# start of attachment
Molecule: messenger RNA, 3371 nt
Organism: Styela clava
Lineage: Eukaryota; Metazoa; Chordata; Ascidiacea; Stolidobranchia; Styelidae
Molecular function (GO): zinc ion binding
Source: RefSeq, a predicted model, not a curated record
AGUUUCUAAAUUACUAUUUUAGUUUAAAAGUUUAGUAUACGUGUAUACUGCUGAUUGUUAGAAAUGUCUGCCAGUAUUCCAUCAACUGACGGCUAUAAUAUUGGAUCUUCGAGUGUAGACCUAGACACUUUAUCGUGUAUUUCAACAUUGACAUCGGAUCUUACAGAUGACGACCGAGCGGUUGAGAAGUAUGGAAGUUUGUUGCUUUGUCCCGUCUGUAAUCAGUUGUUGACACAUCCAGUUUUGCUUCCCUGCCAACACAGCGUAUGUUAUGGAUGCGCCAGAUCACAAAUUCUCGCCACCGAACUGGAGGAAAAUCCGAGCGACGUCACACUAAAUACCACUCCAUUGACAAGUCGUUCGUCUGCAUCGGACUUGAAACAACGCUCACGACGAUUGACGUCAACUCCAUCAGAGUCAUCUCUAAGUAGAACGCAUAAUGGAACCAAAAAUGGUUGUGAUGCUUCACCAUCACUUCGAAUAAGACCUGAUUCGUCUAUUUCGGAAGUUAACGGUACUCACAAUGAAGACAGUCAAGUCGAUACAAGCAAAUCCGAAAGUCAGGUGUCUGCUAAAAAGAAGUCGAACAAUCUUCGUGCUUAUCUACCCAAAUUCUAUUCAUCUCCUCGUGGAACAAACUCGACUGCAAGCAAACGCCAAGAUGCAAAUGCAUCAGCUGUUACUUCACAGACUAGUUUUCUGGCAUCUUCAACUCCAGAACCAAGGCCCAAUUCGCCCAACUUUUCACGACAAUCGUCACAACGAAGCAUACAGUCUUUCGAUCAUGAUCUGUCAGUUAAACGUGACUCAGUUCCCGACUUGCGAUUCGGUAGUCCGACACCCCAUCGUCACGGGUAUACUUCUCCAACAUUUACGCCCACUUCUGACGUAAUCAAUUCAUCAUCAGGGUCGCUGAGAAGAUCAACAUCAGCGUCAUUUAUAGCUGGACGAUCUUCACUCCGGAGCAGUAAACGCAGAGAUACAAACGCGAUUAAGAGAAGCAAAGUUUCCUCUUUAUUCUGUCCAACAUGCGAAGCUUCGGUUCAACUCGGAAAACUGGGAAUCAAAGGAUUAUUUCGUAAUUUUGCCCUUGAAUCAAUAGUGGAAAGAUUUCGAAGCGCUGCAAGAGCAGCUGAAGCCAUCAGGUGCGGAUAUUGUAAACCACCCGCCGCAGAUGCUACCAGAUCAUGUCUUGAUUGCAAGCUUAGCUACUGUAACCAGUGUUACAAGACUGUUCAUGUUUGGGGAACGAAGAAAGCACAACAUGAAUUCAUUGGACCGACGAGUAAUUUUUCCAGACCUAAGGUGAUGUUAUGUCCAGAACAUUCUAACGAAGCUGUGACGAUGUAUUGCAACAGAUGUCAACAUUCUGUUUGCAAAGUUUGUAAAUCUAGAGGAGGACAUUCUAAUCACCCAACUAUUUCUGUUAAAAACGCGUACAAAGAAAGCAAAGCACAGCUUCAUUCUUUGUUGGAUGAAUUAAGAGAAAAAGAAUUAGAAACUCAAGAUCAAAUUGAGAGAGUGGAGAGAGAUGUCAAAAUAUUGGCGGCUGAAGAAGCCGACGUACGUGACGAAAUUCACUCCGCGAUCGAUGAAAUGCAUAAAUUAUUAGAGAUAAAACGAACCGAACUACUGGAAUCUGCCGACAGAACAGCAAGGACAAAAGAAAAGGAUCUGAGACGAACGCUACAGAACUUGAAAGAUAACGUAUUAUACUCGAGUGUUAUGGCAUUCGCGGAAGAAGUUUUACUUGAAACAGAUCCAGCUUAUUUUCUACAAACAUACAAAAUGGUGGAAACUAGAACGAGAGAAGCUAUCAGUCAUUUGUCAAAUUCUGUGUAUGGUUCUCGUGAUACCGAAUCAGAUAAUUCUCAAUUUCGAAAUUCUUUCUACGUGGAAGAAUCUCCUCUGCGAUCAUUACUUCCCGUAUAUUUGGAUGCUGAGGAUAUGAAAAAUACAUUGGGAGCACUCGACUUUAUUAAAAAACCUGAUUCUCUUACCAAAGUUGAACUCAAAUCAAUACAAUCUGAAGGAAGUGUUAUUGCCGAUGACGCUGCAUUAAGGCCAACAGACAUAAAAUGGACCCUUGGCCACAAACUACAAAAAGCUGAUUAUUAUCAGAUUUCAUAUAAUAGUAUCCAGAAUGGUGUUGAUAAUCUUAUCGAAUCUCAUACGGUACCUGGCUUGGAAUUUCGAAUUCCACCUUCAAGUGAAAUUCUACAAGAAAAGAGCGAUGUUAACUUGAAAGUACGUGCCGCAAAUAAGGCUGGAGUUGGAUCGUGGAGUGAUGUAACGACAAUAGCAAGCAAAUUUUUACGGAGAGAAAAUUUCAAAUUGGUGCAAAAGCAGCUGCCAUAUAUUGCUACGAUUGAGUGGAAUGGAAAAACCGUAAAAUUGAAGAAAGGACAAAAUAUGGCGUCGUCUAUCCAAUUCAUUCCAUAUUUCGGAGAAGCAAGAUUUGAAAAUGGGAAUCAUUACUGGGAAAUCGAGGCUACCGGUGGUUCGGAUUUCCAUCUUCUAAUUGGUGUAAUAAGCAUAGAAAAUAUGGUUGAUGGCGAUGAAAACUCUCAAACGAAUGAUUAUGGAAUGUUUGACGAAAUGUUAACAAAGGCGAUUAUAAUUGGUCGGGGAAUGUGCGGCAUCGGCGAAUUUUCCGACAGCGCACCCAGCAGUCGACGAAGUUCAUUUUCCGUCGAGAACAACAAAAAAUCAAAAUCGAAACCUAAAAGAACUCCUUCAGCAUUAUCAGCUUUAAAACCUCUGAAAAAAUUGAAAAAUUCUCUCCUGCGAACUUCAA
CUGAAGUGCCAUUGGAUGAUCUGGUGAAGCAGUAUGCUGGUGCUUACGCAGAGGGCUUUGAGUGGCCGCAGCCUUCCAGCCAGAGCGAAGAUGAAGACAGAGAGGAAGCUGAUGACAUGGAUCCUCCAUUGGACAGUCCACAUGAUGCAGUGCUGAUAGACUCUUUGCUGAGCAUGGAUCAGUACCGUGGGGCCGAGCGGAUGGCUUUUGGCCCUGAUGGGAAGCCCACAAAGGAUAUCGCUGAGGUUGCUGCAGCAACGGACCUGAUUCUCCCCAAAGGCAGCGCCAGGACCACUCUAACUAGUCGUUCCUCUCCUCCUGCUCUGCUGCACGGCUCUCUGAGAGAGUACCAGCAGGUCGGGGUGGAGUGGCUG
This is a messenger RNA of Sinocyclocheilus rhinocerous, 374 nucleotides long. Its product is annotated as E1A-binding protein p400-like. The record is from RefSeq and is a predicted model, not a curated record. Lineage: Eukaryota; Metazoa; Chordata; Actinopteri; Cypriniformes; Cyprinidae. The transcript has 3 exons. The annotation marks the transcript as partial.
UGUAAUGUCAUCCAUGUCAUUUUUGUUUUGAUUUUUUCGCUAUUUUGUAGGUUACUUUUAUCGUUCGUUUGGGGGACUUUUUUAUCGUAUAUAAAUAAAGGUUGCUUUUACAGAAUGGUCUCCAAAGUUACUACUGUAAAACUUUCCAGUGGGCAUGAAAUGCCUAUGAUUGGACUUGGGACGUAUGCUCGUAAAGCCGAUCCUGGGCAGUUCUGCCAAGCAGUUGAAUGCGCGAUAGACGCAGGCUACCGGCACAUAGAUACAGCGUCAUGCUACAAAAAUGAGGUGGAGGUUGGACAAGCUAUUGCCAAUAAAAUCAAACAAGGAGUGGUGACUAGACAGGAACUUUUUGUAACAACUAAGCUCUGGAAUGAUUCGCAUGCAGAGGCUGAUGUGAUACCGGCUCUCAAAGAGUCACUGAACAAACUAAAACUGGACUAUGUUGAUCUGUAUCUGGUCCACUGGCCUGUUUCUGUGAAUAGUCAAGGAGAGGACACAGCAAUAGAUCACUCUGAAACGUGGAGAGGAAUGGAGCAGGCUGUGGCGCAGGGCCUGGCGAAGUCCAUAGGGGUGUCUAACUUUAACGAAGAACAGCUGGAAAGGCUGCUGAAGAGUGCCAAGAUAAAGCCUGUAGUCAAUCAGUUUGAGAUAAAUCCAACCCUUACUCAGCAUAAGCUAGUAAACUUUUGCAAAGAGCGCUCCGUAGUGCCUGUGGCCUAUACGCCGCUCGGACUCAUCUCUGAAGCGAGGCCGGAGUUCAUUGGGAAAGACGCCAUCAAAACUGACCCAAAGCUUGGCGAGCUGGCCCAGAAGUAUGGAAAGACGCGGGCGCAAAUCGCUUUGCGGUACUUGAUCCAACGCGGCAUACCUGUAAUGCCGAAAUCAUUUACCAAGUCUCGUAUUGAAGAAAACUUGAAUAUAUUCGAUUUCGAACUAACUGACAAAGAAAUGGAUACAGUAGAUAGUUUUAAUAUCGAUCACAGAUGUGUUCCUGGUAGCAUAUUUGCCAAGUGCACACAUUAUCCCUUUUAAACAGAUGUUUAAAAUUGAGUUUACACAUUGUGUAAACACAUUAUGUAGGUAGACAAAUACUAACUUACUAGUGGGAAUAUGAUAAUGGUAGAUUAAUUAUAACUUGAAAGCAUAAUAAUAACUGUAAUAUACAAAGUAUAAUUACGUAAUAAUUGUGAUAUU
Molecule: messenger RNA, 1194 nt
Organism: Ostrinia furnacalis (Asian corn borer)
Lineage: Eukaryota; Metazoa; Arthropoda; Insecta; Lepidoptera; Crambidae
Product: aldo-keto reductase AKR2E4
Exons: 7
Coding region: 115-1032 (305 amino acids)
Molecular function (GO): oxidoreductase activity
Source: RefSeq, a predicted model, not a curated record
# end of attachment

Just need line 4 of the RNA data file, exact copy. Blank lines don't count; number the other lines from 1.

Molecular function (GO): zinc ion binding